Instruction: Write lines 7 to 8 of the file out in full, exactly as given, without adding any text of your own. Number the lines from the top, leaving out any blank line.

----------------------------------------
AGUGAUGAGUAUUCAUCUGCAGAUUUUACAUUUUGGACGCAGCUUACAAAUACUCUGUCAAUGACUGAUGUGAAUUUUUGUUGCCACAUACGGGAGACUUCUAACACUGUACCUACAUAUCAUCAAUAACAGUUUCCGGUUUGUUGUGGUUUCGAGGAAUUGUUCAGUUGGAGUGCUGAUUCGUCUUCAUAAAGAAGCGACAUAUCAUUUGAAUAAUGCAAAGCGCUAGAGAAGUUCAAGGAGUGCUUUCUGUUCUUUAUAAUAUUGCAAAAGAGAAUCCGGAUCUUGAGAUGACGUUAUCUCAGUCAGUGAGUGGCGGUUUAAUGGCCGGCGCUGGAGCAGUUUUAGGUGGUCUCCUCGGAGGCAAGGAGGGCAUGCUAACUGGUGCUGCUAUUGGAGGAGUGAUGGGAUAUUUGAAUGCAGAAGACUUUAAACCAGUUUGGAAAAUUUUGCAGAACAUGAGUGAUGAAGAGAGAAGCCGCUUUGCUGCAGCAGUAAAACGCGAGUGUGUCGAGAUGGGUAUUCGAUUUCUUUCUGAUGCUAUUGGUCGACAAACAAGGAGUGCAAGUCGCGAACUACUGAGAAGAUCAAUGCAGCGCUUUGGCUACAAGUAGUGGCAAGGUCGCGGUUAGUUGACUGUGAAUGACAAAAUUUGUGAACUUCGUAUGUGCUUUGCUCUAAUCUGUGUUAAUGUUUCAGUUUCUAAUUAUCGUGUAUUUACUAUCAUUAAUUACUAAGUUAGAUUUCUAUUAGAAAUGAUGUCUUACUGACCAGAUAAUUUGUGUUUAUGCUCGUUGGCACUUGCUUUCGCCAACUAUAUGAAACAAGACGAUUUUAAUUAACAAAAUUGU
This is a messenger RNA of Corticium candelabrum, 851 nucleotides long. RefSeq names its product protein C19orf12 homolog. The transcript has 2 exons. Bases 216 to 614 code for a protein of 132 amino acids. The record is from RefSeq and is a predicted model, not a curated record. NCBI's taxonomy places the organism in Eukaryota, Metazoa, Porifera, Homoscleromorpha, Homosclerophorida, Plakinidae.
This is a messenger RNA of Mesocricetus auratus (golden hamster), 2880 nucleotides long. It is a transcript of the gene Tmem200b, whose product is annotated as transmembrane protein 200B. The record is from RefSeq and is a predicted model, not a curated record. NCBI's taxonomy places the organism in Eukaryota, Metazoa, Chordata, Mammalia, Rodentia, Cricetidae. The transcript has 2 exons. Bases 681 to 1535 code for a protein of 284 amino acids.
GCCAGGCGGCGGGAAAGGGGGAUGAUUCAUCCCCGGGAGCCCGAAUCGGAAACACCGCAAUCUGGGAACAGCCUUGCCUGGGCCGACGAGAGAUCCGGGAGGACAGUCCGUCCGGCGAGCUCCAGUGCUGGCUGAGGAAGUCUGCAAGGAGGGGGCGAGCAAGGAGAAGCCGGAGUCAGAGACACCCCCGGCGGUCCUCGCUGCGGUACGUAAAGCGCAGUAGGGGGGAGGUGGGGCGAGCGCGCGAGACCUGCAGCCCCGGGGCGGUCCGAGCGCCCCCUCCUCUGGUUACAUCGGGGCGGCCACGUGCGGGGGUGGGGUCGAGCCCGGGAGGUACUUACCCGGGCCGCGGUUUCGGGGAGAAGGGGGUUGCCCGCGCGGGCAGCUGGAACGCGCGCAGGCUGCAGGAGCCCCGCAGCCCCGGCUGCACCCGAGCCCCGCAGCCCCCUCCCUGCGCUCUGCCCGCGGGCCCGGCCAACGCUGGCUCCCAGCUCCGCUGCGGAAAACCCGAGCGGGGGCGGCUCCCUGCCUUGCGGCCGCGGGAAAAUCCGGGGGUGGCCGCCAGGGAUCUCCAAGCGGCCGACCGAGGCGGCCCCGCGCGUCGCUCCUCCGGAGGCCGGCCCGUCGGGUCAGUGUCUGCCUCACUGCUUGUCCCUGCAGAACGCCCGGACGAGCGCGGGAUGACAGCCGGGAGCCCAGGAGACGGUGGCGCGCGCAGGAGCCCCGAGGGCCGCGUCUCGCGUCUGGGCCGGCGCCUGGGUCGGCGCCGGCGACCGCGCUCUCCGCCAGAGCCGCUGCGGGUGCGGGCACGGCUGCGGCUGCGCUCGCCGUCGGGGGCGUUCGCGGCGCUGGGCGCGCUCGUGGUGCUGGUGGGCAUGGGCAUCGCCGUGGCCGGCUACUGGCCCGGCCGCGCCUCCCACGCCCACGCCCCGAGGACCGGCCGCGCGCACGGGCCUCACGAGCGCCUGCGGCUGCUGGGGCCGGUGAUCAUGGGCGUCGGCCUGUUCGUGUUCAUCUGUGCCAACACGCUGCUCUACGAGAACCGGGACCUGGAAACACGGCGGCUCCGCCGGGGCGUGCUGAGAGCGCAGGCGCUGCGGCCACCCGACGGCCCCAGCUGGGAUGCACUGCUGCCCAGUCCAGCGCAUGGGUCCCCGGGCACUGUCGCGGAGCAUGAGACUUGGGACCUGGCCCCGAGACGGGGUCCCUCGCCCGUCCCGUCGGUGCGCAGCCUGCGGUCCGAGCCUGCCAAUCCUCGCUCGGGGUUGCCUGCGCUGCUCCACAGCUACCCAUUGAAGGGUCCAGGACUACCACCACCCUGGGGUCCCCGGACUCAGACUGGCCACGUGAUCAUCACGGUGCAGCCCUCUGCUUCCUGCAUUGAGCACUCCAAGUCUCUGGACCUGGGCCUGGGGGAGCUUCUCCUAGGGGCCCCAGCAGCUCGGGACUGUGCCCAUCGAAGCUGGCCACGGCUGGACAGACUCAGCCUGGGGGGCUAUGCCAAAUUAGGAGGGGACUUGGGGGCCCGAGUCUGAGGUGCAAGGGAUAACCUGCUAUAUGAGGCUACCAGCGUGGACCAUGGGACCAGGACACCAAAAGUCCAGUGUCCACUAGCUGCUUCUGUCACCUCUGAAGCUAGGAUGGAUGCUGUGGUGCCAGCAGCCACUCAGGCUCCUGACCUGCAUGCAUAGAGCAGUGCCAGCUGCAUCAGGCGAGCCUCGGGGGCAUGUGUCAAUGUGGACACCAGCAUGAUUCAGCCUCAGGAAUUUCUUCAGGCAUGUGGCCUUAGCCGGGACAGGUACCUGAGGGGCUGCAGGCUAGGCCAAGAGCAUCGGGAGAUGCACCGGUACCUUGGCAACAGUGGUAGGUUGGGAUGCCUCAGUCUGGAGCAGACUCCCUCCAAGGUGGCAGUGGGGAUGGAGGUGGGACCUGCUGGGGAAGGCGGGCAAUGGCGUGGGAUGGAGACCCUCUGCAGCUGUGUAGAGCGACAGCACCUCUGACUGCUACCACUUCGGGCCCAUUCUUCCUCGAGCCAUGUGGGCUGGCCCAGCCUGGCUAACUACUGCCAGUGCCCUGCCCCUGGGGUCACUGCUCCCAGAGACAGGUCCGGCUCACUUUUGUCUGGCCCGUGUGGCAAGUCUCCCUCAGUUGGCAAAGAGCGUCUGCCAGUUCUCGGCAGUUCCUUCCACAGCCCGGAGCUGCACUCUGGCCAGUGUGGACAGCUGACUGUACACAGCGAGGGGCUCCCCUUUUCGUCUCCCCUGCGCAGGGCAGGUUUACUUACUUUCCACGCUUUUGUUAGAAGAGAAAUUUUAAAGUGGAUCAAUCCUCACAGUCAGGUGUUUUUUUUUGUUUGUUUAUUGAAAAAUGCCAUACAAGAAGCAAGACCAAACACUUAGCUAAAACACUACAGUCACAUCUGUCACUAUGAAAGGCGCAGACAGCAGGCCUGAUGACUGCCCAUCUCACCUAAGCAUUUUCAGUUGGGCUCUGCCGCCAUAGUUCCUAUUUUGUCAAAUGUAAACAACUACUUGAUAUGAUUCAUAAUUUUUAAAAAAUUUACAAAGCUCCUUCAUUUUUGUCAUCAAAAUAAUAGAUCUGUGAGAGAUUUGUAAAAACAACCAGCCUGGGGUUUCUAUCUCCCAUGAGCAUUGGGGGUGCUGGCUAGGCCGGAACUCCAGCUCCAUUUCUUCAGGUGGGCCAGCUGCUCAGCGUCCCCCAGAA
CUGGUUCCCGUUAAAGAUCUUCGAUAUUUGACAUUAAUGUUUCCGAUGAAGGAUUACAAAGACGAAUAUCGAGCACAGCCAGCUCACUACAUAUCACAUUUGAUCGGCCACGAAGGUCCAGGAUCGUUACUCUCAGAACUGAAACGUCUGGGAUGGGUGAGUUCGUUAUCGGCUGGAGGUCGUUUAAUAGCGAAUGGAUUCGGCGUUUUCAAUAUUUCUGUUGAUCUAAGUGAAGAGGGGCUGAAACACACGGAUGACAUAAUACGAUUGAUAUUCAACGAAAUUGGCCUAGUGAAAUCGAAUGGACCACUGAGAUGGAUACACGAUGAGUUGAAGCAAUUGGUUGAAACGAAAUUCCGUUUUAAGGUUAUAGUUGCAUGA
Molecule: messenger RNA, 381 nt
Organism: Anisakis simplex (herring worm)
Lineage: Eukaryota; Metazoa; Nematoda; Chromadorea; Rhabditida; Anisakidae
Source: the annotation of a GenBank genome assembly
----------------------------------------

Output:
Organism: Anisakis simplex (herring worm)
Lineage: Eukaryota; Metazoa; Nematoda; Chromadorea; Rhabditida; Anisakidae